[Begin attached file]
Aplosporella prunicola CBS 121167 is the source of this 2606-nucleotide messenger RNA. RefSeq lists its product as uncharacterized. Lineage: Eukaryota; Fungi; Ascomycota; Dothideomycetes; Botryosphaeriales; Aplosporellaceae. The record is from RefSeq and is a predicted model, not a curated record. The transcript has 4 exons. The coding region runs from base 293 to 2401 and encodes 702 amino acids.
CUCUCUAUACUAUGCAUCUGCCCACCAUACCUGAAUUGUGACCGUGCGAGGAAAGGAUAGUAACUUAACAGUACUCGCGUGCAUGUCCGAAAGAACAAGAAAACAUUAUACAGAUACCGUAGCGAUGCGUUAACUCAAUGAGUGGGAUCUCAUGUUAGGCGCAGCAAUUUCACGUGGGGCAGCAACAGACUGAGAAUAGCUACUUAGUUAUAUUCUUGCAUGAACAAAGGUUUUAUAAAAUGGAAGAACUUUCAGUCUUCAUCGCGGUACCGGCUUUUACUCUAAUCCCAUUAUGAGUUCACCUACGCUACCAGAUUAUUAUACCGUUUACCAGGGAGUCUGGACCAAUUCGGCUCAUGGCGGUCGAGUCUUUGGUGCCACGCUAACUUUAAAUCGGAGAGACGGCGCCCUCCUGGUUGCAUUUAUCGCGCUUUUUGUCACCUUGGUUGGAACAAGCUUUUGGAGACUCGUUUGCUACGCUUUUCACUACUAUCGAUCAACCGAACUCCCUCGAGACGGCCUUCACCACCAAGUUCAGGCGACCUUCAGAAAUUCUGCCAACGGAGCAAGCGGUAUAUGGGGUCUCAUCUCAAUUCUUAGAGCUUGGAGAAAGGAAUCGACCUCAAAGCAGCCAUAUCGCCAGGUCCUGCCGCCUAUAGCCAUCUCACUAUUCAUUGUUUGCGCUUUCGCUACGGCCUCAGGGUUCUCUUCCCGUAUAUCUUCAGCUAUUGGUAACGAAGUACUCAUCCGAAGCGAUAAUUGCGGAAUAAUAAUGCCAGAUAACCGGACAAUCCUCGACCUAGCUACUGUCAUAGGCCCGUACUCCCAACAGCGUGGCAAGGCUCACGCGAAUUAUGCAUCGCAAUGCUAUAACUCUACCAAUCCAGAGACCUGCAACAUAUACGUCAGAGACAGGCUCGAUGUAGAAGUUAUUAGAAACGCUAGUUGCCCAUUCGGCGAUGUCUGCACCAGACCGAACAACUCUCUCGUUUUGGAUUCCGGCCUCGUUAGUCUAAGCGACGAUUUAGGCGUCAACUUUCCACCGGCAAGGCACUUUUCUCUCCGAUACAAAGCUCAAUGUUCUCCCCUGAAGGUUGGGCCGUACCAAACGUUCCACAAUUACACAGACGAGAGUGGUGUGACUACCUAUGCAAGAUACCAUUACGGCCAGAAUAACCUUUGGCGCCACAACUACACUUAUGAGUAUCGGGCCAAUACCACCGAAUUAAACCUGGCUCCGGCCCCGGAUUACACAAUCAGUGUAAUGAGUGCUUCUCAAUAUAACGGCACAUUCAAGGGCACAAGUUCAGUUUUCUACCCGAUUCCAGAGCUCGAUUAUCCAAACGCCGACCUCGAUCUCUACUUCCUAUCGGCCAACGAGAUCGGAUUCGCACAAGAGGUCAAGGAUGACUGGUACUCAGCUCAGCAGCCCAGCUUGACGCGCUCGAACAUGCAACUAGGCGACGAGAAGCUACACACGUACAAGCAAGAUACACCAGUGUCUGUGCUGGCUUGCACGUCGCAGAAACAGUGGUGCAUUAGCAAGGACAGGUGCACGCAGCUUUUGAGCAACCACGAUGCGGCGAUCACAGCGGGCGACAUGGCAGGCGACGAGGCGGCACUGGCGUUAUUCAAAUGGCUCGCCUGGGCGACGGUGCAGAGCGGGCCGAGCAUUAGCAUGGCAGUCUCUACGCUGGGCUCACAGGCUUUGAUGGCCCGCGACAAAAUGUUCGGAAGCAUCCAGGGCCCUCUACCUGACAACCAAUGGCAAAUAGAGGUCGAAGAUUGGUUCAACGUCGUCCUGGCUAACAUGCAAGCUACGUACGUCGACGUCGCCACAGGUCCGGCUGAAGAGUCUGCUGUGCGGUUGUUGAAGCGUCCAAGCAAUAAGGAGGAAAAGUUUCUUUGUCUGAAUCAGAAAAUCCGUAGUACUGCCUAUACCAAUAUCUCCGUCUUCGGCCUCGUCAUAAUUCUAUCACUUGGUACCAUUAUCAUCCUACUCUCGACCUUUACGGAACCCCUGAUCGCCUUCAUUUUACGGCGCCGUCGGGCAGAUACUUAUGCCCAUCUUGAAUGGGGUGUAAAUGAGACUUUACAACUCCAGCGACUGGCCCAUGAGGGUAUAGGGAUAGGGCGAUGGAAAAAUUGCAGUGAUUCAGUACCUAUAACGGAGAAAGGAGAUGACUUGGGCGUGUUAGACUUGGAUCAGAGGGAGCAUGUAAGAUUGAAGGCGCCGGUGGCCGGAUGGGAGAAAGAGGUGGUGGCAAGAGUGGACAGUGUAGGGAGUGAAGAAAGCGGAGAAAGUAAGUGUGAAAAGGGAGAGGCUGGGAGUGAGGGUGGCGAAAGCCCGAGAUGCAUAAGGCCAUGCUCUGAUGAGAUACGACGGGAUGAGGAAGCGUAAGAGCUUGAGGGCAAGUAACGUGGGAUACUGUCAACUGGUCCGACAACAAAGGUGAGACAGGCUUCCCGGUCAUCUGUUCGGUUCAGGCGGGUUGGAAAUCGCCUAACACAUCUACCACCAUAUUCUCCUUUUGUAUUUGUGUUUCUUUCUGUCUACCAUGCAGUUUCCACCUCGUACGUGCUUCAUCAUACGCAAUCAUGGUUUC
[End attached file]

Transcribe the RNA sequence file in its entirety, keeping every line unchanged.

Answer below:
Aplosporella prunicola CBS 121167 is the source of this 2606-nucleotide messenger RNA. RefSeq lists its product as uncharacterized. Lineage: Eukaryota; Fungi; Ascomycota; Dothideomycetes; Botryosphaeriales; Aplosporellaceae. The record is from RefSeq and is a predicted model, not a curated record. The transcript has 4 exons. The coding region runs from base 293 to 2401 and encodes 702 amino acids.
CUCUCUAUACUAUGCAUCUGCCCACCAUACCUGAAUUGUGACCGUGCGAGGAAAGGAUAGUAACUUAACAGUACUCGCGUGCAUGUCCGAAAGAACAAGAAAACAUUAUACAGAUACCGUAGCGAUGCGUUAACUCAAUGAGUGGGAUCUCAUGUUAGGCGCAGCAAUUUCACGUGGGGCAGCAACAGACUGAGAAUAGCUACUUAGUUAUAUUCUUGCAUGAACAAAGGUUUUAUAAAAUGGAAGAACUUUCAGUCUUCAUCGCGGUACCGGCUUUUACUCUAAUCCCAUUAUGAGUUCACCUACGCUACCAGAUUAUUAUACCGUUUACCAGGGAGUCUGGACCAAUUCGGCUCAUGGCGGUCGAGUCUUUGGUGCCACGCUAACUUUAAAUCGGAGAGACGGCGCCCUCCUGGUUGCAUUUAUCGCGCUUUUUGUCACCUUGGUUGGAACAAGCUUUUGGAGACUCGUUUGCUACGCUUUUCACUACUAUCGAUCAACCGAACUCCCUCGAGACGGCCUUCACCACCAAGUUCAGGCGACCUUCAGAAAUUCUGCCAACGGAGCAAGCGGUAUAUGGGGUCUCAUCUCAAUUCUUAGAGCUUGGAGAAAGGAAUCGACCUCAAAGCAGCCAUAUCGCCAGGUCCUGCCGCCUAUAGCCAUCUCACUAUUCAUUGUUUGCGCUUUCGCUACGGCCUCAGGGUUCUCUUCCCGUAUAUCUUCAGCUAUUGGUAACGAAGUACUCAUCCGAAGCGAUAAUUGCGGAAUAAUAAUGCCAGAUAACCGGACAAUCCUCGACCUAGCUACUGUCAUAGGCCCGUACUCCCAACAGCGUGGCAAGGCUCACGCGAAUUAUGCAUCGCAAUGCUAUAACUCUACCAAUCCAGAGACCUGCAACAUAUACGUCAGAGACAGGCUCGAUGUAGAAGUUAUUAGAAACGCUAGUUGCCCAUUCGGCGAUGUCUGCACCAGACCGAACAACUCUCUCGUUUUGGAUUCCGGCCUCGUUAGUCUAAGCGACGAUUUAGGCGUCAACUUUCCACCGGCAAGGCACUUUUCUCUCCGAUACAAAGCUCAAUGUUCUCCCCUGAAGGUUGGGCCGUACCAAACGUUCCACAAUUACACAGACGAGAGUGGUGUGACUACCUAUGCAAGAUACCAUUACGGCCAGAAUAACCUUUGGCGCCACAACUACACUUAUGAGUAUCGGGCCAAUACCACCGAAUUAAACCUGGCUCCGGCCCCGGAUUACACAAUCAGUGUAAUGAGUGCUUCUCAAUAUAACGGCACAUUCAAGGGCACAAGUUCAGUUUUCUACCCGAUUCCAGAGCUCGAUUAUCCAAACGCCGACCUCGAUCUCUACUUCCUAUCGGCCAACGAGAUCGGAUUCGCACAAGAGGUCAAGGAUGACUGGUACUCAGCUCAGCAGCCCAGCUUGACGCGCUCGAACAUGCAACUAGGCGACGAGAAGCUACACACGUACAAGCAAGAUACACCAGUGUCUGUGCUGGCUUGCACGUCGCAGAAACAGUGGUGCAUUAGCAAGGACAGGUGCACGCAGCUUUUGAGCAACCACGAUGCGGCGAUCACAGCGGGCGACAUGGCAGGCGACGAGGCGGCACUGGCGUUAUUCAAAUGGCUCGCCUGGGCGACGGUGCAGAGCGGGCCGAGCAUUAGCAUGGCAGUCUCUACGCUGGGCUCACAGGCUUUGAUGGCCCGCGACAAAAUGUUCGGAAGCAUCCAGGGCCCUCUACCUGACAACCAAUGGCAAAUAGAGGUCGAAGAUUGGUUCAACGUCGUCCUGGCUAACAUGCAAGCUACGUACGUCGACGUCGCCACAGGUCCGGCUGAAGAGUCUGCUGUGCGGUUGUUGAAGCGUCCAAGCAAUAAGGAGGAAAAGUUUCUUUGUCUGAAUCAGAAAAUCCGUAGUACUGCCUAUACCAAUAUCUCCGUCUUCGGCCUCGUCAUAAUUCUAUCACUUGGUACCAUUAUCAUCCUACUCUCGACCUUUACGGAACCCCUGAUCGCCUUCAUUUUACGGCGCCGUCGGGCAGAUACUUAUGCCCAUCUUGAAUGGGGUGUAAAUGAGACUUUACAACUCCAGCGACUGGCCCAUGAGGGUAUAGGGAUAGGGCGAUGGAAAAAUUGCAGUGAUUCAGUACCUAUAACGGAGAAAGGAGAUGACUUGGGCGUGUUAGACUUGGAUCAGAGGGAGCAUGUAAGAUUGAAGGCGCCGGUGGCCGGAUGGGAGAAAGAGGUGGUGGCAAGAGUGGACAGUGUAGGGAGUGAAGAAAGCGGAGAAAGUAAGUGUGAAAAGGGAGAGGCUGGGAGUGAGGGUGGCGAAAGCCCGAGAUGCAUAAGGCCAUGCUCUGAUGAGAUACGACGGGAUGAGGAAGCGUAAGAGCUUGAGGGCAAGUAACGUGGGAUACUGUCAACUGGUCCGACAACAAAGGUGAGACAGGCUUCCCGGUCAUCUGUUCGGUUCAGGCGGGUUGGAAAUCGCCUAACACAUCUACCACCAUAUUCUCCUUUUGUAUUUGUGUUUCUUUCUGUCUACCAUGCAGUUUCCACCUCGUACGUGCUUCAUCAUACGCAAUCAUGGUUUC